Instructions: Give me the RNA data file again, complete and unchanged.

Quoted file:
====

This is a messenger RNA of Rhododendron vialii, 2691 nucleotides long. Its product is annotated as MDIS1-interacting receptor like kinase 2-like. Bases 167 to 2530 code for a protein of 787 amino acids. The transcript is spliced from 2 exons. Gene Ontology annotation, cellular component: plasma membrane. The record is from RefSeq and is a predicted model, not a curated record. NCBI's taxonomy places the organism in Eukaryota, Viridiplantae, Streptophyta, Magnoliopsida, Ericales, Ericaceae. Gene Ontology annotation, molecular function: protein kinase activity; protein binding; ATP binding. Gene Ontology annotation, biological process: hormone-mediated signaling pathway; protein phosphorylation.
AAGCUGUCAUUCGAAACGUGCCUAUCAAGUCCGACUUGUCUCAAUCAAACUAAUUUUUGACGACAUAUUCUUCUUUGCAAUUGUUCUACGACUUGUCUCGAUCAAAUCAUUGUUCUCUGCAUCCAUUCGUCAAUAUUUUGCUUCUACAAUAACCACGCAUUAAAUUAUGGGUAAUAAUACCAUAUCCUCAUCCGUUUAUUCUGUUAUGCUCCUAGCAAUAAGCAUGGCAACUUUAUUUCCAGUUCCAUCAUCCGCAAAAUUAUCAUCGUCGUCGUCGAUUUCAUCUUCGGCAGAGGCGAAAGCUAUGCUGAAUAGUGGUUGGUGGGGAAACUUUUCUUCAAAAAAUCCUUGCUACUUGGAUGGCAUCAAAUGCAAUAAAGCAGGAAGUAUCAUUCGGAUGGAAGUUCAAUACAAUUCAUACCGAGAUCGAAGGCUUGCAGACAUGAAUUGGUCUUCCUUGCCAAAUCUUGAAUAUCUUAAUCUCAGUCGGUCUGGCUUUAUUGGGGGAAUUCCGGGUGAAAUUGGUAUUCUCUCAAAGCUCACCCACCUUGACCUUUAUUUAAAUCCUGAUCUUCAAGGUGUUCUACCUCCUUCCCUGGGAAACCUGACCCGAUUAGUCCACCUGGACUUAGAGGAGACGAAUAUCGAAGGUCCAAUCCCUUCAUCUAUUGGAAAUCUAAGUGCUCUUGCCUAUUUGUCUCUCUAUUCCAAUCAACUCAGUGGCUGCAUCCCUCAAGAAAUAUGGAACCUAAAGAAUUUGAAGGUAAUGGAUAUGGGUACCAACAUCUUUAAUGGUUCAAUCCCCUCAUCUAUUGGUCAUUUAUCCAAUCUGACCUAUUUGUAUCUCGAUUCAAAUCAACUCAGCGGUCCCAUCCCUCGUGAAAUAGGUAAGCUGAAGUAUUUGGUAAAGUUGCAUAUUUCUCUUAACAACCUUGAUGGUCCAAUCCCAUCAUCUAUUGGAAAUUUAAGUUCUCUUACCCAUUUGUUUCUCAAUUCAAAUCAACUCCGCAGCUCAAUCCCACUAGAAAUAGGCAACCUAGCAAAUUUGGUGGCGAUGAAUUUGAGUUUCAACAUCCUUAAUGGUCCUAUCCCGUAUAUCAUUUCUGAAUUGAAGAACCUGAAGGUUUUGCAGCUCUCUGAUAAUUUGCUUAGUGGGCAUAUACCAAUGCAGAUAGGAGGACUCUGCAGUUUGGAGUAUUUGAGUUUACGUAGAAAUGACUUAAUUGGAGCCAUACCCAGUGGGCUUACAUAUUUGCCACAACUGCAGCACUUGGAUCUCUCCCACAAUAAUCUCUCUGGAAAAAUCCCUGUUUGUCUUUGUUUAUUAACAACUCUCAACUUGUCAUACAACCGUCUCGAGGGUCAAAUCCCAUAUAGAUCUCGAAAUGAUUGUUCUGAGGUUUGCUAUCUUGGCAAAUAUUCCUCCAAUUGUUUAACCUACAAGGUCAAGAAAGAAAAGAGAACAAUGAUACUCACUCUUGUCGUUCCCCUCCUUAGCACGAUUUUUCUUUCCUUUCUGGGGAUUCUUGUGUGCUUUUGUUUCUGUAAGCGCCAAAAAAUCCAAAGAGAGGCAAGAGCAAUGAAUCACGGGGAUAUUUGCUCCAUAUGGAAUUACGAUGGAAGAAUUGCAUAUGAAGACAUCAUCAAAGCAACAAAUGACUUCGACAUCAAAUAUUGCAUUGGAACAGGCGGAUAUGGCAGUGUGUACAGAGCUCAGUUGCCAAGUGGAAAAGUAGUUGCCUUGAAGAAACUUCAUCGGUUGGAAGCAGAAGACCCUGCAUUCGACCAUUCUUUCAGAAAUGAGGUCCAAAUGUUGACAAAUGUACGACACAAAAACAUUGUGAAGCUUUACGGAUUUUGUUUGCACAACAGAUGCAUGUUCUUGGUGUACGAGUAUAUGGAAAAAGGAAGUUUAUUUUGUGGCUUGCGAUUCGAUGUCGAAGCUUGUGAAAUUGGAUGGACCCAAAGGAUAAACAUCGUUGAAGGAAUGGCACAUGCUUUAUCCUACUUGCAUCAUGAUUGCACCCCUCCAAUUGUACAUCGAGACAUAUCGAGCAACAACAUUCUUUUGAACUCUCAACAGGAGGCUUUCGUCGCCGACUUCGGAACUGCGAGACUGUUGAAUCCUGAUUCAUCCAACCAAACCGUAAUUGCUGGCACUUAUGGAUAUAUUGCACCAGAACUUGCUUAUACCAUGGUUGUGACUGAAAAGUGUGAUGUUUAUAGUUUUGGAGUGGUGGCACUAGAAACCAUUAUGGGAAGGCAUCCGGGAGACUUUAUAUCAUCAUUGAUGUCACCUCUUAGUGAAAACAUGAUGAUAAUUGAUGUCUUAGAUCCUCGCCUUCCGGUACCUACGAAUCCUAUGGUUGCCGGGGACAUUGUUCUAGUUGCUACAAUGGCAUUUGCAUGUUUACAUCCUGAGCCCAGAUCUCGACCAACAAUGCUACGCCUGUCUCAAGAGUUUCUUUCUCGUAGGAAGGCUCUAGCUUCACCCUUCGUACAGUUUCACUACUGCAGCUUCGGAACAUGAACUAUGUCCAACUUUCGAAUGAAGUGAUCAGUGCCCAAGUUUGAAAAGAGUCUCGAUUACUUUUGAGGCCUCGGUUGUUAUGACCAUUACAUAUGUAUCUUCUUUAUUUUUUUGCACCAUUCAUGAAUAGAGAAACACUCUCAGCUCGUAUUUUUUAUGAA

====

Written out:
This is a messenger RNA of Rhododendron vialii, 2691 nucleotides long. Its product is annotated as MDIS1-interacting receptor like kinase 2-like. Bases 167 to 2530 code for a protein of 787 amino acids. The transcript is spliced from 2 exons. Gene Ontology annotation, cellular component: plasma membrane. The record is from RefSeq and is a predicted model, not a curated record. NCBI's taxonomy places the organism in Eukaryota, Viridiplantae, Streptophyta, Magnoliopsida, Ericales, Ericaceae. Gene Ontology annotation, molecular function: protein kinase activity; protein binding; ATP binding. Gene Ontology annotation, biological process: hormone-mediated signaling pathway; protein phosphorylation.
AAGCUGUCAUUCGAAACGUGCCUAUCAAGUCCGACUUGUCUCAAUCAAACUAAUUUUUGACGACAUAUUCUUCUUUGCAAUUGUUCUACGACUUGUCUCGAUCAAAUCAUUGUUCUCUGCAUCCAUUCGUCAAUAUUUUGCUUCUACAAUAACCACGCAUUAAAUUAUGGGUAAUAAUACCAUAUCCUCAUCCGUUUAUUCUGUUAUGCUCCUAGCAAUAAGCAUGGCAACUUUAUUUCCAGUUCCAUCAUCCGCAAAAUUAUCAUCGUCGUCGUCGAUUUCAUCUUCGGCAGAGGCGAAAGCUAUGCUGAAUAGUGGUUGGUGGGGAAACUUUUCUUCAAAAAAUCCUUGCUACUUGGAUGGCAUCAAAUGCAAUAAAGCAGGAAGUAUCAUUCGGAUGGAAGUUCAAUACAAUUCAUACCGAGAUCGAAGGCUUGCAGACAUGAAUUGGUCUUCCUUGCCAAAUCUUGAAUAUCUUAAUCUCAGUCGGUCUGGCUUUAUUGGGGGAAUUCCGGGUGAAAUUGGUAUUCUCUCAAAGCUCACCCACCUUGACCUUUAUUUAAAUCCUGAUCUUCAAGGUGUUCUACCUCCUUCCCUGGGAAACCUGACCCGAUUAGUCCACCUGGACUUAGAGGAGACGAAUAUCGAAGGUCCAAUCCCUUCAUCUAUUGGAAAUCUAAGUGCUCUUGCCUAUUUGUCUCUCUAUUCCAAUCAACUCAGUGGCUGCAUCCCUCAAGAAAUAUGGAACCUAAAGAAUUUGAAGGUAAUGGAUAUGGGUACCAACAUCUUUAAUGGUUCAAUCCCCUCAUCUAUUGGUCAUUUAUCCAAUCUGACCUAUUUGUAUCUCGAUUCAAAUCAACUCAGCGGUCCCAUCCCUCGUGAAAUAGGUAAGCUGAAGUAUUUGGUAAAGUUGCAUAUUUCUCUUAACAACCUUGAUGGUCCAAUCCCAUCAUCUAUUGGAAAUUUAAGUUCUCUUACCCAUUUGUUUCUCAAUUCAAAUCAACUCCGCAGCUCAAUCCCACUAGAAAUAGGCAACCUAGCAAAUUUGGUGGCGAUGAAUUUGAGUUUCAACAUCCUUAAUGGUCCUAUCCCGUAUAUCAUUUCUGAAUUGAAGAACCUGAAGGUUUUGCAGCUCUCUGAUAAUUUGCUUAGUGGGCAUAUACCAAUGCAGAUAGGAGGACUCUGCAGUUUGGAGUAUUUGAGUUUACGUAGAAAUGACUUAAUUGGAGCCAUACCCAGUGGGCUUACAUAUUUGCCACAACUGCAGCACUUGGAUCUCUCCCACAAUAAUCUCUCUGGAAAAAUCCCUGUUUGUCUUUGUUUAUUAACAACUCUCAACUUGUCAUACAACCGUCUCGAGGGUCAAAUCCCAUAUAGAUCUCGAAAUGAUUGUUCUGAGGUUUGCUAUCUUGGCAAAUAUUCCUCCAAUUGUUUAACCUACAAGGUCAAGAAAGAAAAGAGAACAAUGAUACUCACUCUUGUCGUUCCCCUCCUUAGCACGAUUUUUCUUUCCUUUCUGGGGAUUCUUGUGUGCUUUUGUUUCUGUAAGCGCCAAAAAAUCCAAAGAGAGGCAAGAGCAAUGAAUCACGGGGAUAUUUGCUCCAUAUGGAAUUACGAUGGAAGAAUUGCAUAUGAAGACAUCAUCAAAGCAACAAAUGACUUCGACAUCAAAUAUUGCAUUGGAACAGGCGGAUAUGGCAGUGUGUACAGAGCUCAGUUGCCAAGUGGAAAAGUAGUUGCCUUGAAGAAACUUCAUCGGUUGGAAGCAGAAGACCCUGCAUUCGACCAUUCUUUCAGAAAUGAGGUCCAAAUGUUGACAAAUGUACGACACAAAAACAUUGUGAAGCUUUACGGAUUUUGUUUGCACAACAGAUGCAUGUUCUUGGUGUACGAGUAUAUGGAAAAAGGAAGUUUAUUUUGUGGCUUGCGAUUCGAUGUCGAAGCUUGUGAAAUUGGAUGGACCCAAAGGAUAAACAUCGUUGAAGGAAUGGCACAUGCUUUAUCCUACUUGCAUCAUGAUUGCACCCCUCCAAUUGUACAUCGAGACAUAUCGAGCAACAACAUUCUUUUGAACUCUCAACAGGAGGCUUUCGUCGCCGACUUCGGAACUGCGAGACUGUUGAAUCCUGAUUCAUCCAACCAAACCGUAAUUGCUGGCACUUAUGGAUAUAUUGCACCAGAACUUGCUUAUACCAUGGUUGUGACUGAAAAGUGUGAUGUUUAUAGUUUUGGAGUGGUGGCACUAGAAACCAUUAUGGGAAGGCAUCCGGGAGACUUUAUAUCAUCAUUGAUGUCACCUCUUAGUGAAAACAUGAUGAUAAUUGAUGUCUUAGAUCCUCGCCUUCCGGUACCUACGAAUCCUAUGGUUGCCGGGGACAUUGUUCUAGUUGCUACAAUGGCAUUUGCAUGUUUACAUCCUGAGCCCAGAUCUCGACCAACAAUGCUACGCCUGUCUCAAGAGUUUCUUUCUCGUAGGAAGGCUCUAGCUUCACCCUUCGUACAGUUUCACUACUGCAGCUUCGGAACAUGAACUAUGUCCAACUUUCGAAUGAAGUGAUCAGUGCCCAAGUUUGAAAAGAGUCUCGAUUACUUUUGAGGCCUCGGUUGUUAUGACCAUUACAUAUGUAUCUUCUUUAUUUUUUUGCACCAUUCAUGAAUAGAGAAACACUCUCAGCUCGUAUUUUUUAUGAA